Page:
Still, the fact that so many rodent species (domesticated or in the wild) could become infected with monkeypox is a real worry.

"That's a concern because it could become endemic, for example, in squirrels, which are all over the place," Weisfuse said. "The squirrels may not be affected in terms of their health, but it could sort of re-emerge from squirrels if people had contact with them."

INTERESTING FACT ABOUT YOUR PET: There are 49 domesticated rabbit breeds recognized by the American Rabbit Breeders Association.

CDC tracking 9 cases of monkeypox across 7 states


If you have monkeypox, you should isolate from your pets

For the vast majority of pet owners, monkeypox isn't really something to be worried about. "At the present time, I think the level of concern should be very close to zero," Weisfuse said.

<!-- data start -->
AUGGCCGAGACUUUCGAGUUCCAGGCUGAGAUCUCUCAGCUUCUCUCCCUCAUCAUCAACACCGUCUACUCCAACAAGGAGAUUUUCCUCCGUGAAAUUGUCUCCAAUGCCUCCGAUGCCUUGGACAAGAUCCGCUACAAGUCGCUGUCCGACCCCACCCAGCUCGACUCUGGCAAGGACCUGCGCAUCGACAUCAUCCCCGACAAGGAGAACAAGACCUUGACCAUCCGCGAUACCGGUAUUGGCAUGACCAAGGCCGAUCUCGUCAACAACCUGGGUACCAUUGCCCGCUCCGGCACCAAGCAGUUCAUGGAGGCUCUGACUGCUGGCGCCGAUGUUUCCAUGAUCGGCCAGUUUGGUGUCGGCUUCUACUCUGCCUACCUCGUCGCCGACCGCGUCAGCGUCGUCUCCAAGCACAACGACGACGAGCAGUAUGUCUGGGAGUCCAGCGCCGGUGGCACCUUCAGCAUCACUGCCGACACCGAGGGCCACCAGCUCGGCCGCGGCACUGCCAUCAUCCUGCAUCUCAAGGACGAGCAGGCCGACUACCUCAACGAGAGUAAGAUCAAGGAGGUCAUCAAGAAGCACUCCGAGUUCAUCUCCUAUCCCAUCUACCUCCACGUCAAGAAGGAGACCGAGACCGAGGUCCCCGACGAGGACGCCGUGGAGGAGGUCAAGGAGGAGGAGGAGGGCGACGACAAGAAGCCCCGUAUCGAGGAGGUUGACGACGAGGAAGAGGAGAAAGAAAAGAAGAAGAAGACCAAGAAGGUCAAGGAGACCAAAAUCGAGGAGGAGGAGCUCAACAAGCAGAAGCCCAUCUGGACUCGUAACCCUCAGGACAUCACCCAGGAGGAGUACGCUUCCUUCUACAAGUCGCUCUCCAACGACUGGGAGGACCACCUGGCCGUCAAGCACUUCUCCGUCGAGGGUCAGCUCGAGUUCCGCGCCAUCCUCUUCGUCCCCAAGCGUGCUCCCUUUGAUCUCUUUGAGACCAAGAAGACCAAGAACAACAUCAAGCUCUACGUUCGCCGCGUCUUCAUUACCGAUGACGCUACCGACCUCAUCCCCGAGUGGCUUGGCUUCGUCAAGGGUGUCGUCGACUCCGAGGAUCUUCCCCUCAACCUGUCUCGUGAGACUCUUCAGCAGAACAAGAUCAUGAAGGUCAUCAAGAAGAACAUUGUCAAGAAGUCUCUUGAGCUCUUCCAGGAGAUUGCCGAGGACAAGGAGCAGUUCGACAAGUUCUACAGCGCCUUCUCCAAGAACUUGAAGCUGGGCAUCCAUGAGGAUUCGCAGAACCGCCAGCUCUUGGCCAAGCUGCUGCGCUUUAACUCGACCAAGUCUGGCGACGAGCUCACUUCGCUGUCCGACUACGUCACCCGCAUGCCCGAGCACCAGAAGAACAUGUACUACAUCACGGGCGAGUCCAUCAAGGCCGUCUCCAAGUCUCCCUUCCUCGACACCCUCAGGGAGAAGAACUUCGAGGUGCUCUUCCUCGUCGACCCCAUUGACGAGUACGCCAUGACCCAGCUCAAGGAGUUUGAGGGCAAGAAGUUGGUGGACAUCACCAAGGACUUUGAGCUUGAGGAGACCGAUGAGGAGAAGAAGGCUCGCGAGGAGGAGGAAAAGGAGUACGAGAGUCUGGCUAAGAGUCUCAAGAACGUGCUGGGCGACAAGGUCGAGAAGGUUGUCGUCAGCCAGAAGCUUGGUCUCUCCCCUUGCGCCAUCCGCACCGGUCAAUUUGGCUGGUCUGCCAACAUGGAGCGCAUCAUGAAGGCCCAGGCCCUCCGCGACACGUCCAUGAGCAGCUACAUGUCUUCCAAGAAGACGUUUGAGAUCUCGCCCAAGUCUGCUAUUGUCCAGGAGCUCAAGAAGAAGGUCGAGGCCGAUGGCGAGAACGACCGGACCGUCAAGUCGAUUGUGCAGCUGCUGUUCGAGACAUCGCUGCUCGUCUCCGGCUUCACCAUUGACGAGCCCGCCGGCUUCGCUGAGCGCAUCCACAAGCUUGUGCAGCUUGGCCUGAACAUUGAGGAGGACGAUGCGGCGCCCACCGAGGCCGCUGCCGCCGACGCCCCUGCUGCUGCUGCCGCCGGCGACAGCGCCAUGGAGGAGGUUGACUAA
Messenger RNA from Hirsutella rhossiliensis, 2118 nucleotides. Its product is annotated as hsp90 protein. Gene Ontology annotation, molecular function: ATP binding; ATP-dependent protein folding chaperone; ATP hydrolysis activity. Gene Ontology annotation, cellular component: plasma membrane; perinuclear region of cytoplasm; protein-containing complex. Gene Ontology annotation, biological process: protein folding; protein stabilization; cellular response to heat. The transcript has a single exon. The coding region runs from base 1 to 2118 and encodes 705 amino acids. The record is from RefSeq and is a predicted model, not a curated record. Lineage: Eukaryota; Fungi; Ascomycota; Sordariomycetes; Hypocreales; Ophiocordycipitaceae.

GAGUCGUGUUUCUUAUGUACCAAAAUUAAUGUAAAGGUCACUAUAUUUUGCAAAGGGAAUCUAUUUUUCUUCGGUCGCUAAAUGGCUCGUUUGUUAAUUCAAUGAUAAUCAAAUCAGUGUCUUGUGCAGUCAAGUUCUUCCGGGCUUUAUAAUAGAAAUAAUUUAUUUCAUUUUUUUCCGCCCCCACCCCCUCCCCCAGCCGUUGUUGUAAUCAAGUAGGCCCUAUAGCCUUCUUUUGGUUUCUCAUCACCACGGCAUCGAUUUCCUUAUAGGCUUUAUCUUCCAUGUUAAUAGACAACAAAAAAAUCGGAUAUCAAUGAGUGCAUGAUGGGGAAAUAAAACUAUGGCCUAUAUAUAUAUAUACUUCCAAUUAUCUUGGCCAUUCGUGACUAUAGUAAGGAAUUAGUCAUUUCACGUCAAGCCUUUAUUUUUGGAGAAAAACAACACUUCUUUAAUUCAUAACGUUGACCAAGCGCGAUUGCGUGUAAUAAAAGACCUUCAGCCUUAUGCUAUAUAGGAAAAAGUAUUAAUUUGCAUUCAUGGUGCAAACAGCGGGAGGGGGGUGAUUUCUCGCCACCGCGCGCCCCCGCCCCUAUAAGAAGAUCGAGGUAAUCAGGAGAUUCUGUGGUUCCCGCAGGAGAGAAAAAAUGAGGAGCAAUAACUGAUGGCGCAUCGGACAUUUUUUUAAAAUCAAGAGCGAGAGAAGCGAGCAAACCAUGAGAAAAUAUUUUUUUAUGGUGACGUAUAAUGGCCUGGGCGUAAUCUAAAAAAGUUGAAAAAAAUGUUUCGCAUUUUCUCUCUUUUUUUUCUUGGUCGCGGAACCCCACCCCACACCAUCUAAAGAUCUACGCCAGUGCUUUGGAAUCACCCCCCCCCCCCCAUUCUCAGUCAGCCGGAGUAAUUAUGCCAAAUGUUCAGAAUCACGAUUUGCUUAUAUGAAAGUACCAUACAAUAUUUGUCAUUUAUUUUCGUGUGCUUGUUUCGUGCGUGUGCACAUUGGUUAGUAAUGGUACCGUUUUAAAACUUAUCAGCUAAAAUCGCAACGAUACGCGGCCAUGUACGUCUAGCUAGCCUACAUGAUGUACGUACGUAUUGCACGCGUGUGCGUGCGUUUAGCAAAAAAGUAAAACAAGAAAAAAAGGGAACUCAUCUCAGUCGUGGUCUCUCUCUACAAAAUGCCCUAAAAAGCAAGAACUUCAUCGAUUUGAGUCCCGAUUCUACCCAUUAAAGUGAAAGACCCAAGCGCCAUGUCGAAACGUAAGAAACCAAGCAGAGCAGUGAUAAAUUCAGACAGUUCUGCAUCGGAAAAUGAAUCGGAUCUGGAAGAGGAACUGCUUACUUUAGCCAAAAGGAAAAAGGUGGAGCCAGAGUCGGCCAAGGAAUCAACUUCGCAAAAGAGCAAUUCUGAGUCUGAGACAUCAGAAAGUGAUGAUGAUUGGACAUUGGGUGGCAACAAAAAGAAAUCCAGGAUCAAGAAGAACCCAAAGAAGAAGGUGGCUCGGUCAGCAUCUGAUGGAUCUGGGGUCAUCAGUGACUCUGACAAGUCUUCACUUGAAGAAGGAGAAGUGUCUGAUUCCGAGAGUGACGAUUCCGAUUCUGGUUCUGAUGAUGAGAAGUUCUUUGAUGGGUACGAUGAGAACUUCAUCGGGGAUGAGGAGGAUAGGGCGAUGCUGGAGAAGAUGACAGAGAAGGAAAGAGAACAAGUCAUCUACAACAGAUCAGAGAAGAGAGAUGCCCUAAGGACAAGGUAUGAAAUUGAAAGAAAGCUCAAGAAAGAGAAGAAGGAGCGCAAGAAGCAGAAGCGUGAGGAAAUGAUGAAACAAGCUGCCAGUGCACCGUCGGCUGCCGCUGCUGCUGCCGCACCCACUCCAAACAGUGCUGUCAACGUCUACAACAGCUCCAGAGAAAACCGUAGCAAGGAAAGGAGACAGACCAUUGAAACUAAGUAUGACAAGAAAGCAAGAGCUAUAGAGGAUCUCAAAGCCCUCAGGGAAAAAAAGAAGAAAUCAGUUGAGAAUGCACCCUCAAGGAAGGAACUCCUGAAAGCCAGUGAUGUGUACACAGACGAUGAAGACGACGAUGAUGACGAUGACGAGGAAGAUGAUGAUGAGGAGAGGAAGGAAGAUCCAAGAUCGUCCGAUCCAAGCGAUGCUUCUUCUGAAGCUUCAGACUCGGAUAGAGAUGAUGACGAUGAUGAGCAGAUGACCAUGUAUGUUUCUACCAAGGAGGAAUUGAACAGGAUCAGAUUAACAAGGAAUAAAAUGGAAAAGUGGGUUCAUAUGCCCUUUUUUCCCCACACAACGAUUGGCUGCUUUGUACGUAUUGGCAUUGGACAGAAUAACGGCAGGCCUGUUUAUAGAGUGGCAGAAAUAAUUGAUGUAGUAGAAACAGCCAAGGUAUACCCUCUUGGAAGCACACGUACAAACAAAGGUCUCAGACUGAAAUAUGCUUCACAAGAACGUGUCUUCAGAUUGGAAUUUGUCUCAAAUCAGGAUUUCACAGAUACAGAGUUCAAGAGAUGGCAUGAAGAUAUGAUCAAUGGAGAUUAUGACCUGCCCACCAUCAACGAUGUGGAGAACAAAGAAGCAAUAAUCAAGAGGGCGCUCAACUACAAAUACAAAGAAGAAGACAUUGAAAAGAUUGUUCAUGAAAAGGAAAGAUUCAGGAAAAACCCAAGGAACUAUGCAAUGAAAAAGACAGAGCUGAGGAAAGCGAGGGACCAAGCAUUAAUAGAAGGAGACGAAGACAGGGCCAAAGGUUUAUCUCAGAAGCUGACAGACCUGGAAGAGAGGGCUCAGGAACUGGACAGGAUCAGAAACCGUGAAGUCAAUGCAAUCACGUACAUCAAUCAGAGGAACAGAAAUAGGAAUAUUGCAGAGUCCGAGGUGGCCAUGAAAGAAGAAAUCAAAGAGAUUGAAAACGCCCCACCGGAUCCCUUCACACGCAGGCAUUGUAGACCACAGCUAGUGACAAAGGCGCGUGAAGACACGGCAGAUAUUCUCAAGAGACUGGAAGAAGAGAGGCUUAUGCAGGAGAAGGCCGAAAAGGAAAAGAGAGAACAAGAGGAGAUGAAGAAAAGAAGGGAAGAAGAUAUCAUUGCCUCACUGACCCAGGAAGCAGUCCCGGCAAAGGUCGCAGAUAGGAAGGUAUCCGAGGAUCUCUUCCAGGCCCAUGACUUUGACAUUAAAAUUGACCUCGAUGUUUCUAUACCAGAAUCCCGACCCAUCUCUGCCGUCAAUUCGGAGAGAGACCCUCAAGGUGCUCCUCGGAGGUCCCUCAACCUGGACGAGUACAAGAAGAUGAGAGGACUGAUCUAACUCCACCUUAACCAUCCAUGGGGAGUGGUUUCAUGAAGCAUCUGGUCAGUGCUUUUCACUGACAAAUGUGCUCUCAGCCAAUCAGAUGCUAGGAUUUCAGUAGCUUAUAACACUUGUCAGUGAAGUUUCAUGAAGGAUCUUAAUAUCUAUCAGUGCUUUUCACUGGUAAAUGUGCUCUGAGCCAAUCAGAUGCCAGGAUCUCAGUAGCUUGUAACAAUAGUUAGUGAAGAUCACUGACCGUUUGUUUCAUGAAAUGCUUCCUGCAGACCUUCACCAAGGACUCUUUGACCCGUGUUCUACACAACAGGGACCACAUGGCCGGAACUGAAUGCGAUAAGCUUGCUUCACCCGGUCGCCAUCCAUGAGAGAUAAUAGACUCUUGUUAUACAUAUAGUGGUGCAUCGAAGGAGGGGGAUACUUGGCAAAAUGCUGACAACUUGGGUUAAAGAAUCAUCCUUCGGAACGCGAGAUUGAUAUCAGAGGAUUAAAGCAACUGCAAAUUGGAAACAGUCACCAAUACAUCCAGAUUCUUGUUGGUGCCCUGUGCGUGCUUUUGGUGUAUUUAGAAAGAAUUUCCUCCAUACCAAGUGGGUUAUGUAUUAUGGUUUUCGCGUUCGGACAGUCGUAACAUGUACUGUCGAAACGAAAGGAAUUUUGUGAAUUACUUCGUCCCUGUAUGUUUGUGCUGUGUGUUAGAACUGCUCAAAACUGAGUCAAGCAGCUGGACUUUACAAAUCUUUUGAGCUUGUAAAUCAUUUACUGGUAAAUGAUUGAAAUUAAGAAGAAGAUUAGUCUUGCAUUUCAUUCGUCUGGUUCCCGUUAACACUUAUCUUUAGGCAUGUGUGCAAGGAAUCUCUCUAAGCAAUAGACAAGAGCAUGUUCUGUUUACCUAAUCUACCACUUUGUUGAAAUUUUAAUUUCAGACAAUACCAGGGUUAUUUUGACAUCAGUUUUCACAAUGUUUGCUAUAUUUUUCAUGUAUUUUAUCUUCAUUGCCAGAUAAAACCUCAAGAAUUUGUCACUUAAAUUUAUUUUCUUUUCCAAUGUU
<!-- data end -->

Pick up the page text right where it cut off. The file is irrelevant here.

But if you're diagnosed with monkeypox or it's highly likely you have a case of the disease, public health agencies say you should isolate yourself from other people and, if possible, your pets.

Guidelines from the Centers for Disease Control and Prevention, U.K. Health Security Agency and the European Center for Disease Prevention and Control all recommend that monkeypox patients stay away from animals in their homes.

Many dogs have a condition nicknamed “Frito Feet,” in which their feet smell little bit like corn chips. As Matt Soniak wrote in a Big Question on this site, this has to do with the kind of bacteria found on a pup’s feet, and “could be due to yeast or Proteus bacteria. Both are known for their sweet, corn tortilla–like smell. Or it could be Pseudomonas bacteria, which smell a little fruitier—but pretty close to popcorn to most noses.”

The UKHSA notes that transmission from people to pets is most likely in the case of rodents, like mice and rats, and specifically recommends people who have monkeypox temporarily remove pets like these from their homes for at least 21 days. Evidence that the disease can spread to cats, dogs and other animals is less convincing than it is for rodents, as the UKHSA points out. But the CDC and European CDC both say that it’s best to avoid contact with all pets.